"Neil Skolnick’s Relational Psychoanalysis and Temporality is really several fascinating books in one. Written in an accessible, scholarly yet unburdened way, Skolnick takes an essential axis in psychoanalytic theory, temporality, and weaves it through the fabric of clinical work and the evolution of contemporary psychoanalytic theory. Skolnick offers a rich understanding of the relationship between patient and analyst’s internal objects and the unique intersubjective field. Finally, readers will also discover a sophisticated historical view of the history of ideas and concepts developed within the relational tradition. It is an imaginative journey filled with appreciation and criticism of relational theory, inspiring questions about our next turns in psychoanalytic theory." - Steven H. Cooper, Ph.D.; Associate Professor in Psychiatry, Harvard Medical School
Foreward by Nancy McWilliams; Introduction; Chapter 1: Time Out of Mind; Chapter 2: Vertical Transmission of Acquired Ulcer Susceptibility in the Rat by Neil Skolnick, Sigurd Ackerman, Myron Hofer and Herbert Wiener; Chapter 3: Secrets in Clinical Work: A Relational Point of View by Neil Skolnick and Jodie Messler Davies; Chapter 4: The Good, the Bad and the Ambivalent: Fairbairn’s Difficulty in Locating the Good Object in the Endopsychic Structure; Chapter 5: What’s a Good Object to Do? A Fairbairnian Perspective; Chapter 6: Termination in Psychoanalysis: It’s About Time; Chapter 7: Resilience Across the Lifespan: A Confluence of Narratives; Chapter 8: Rethinking the Use of the Couch: A Relational Perspective; Chapter 9: Relational Psychoanalysis: An Assessment at This Time; References; Index
The Relational Perspectives Book Series (RPBS) publishes books that grow out of or contribute to the relational tradition in contemporary psychoanalysis. The term relational psychoanalysis was first used by Greenberg and Mitchell (1983) to bridge the traditions of interpersonal relations, as developed within interpersonal psychoanalysis and object relations, as developed within contemporary British theory. But, under the seminal work of the late Stephen Mitchell, the term relational psychoanalysis grew and began to accrue to itself many other influences and developments. Various tributaries—interpersonal psychoanalysis, object relations theory, self psychology, empirical infancy research, and elements of contemporary Freudian and Kleinian thought—flow into this tradition, which understands relational configurations between self and others, both real and fantasied, as the primary subject of psychoanalytic investigation.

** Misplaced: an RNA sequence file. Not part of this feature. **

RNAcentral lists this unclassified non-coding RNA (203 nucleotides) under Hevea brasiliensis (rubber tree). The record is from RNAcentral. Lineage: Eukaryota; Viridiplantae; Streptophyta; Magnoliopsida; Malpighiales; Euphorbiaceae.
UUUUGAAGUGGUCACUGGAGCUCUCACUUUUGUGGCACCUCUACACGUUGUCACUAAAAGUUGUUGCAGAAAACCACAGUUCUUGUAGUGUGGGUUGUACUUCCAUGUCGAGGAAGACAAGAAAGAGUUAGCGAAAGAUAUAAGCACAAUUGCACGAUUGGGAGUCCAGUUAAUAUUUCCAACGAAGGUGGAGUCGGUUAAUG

We refer to the relational tradition, rather than to a relational school, to highlight that we are identifying a trend, a tendency within contemporary psychoanalysis, not a more formally organized or coherent school or system of beliefs. Our use of the term relational signifies a dimension of theory and practice that has become salient across the wide spectrum of contemporary psychoanalysis. Now under the editorial supervision of Lewis Aron and Adrienne Harris with the assistance of Associate Editors Steven Kuchuck and Eyal Rozmarin, the Relational Perspectives Book Series originated in 1990 under the editorial eye of the late Stephen A. Mitchell. Mitchell was the most prolific and influential of the originators of the relational tradition. He was committed to dialogue among psychoanalysts and he abhorred the authoritarianism that dictated adherence to a rigid set of beliefs or technical restrictions. He championed open discussion, comparative and integrative approaches, and he promoted new voices across the generations.
Included in the Relational Perspectives Book Series are authors and works that come from within the relational tradition, extend and develop the tradition, as well as works that critique relational approaches or compare and contrast it with alternative points of view. The series includes our most distinguished senior psychoanalysts along with younger contributors who bring fresh vision.